Powerful words on 'suicide, death and Ballymena's pain'

Shauna Loughran


Shauna Loughran

By Dr Martin McNeely

Minister of Ballykeel Church, Ballymena for 12 years.

“I’d just buried a young man, not even 30 years old in Ballee Cemetery.

“He was the second young man under 30 I had buried, barely a week from Christmas Day.

“A mourner stood by the graveside. She is an intelligent, hard working local mother and grandmother.

“I had buried her younger brother. She had years earlier lost her own husband. “There’s no hope in this town” she said. “No hope at all. None.”

“The forces conspiring against hope in our town are wide ranging.

“Without question the ready availability of drugs fuels hopelessness.

“Suicidal pressures and the wider use of drugs are so often linked.

“The narcissistic world of social media, promotes a culture orientated around questions of “how I should feel” or “what image should I promote?”

“Such a contrast to an older generation which asked “How can I serve?” or “What is my duty to others?”

“Or as we Presbyterians are want to ask “What is my chief end?”

“Significantly, traditional parameters of dying and death have changed. God is not viewed in the traditional sense of an eternal Deity to whom humans must give an account.

“Somehow, God should bless us if we die. We will not be judged. Life on earth is valueless. Why should life in eternity be a place of condemnation?

“There is no hope in life and no sense of account eternally.

“It took me a moment to come to terms with the cold truth of these matters, as my friend by the graveside perceived it.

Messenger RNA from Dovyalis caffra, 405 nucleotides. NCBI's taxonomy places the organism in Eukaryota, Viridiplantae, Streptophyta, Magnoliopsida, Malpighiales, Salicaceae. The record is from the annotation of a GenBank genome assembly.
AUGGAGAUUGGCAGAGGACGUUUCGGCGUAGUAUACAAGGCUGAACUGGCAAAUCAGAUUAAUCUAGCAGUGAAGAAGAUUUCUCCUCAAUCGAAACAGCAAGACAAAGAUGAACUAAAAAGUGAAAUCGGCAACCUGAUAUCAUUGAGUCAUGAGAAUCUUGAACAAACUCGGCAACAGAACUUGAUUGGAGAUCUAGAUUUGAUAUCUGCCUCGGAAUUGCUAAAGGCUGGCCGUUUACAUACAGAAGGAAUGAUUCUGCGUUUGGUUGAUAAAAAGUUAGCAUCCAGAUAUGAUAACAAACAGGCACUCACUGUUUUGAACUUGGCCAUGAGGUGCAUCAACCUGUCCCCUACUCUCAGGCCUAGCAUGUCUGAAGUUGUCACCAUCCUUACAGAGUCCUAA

“Is there no hope? I considered what an indictment it served on me as a Christian minister. “May the God of hope, full you with all joy and peace in believing” writes St Paul to the Church in Romans 15v13.

“Are our Churches and communities offering hope?

“I do know young people who have broken free from the drugs and despair. Certainly the hope of faith is foundational.

“But this is built on by trusting, loving relationships in which right choices are promoted.

“This leads to good health habits, committed mentoring, accountability, the encouragement of education and achievement of goals.

“It requires sacrifice, self discipline and a deep wariness of one’s own self. We are sinful people, with a propensity to make wrong choices as well as doing good.

“Life therefore works best when hope is channelled through structures: family stability, work, love of neighbour and worship.

“The despair at present is tangible. This is multiplied by the under resourcing of psychiatric care services.

“But fundamentally all of us outside of the health system have a responsibility to create a context in which healing can flourish.

“People have to want to change. We must work with them and their families in offering hope. “

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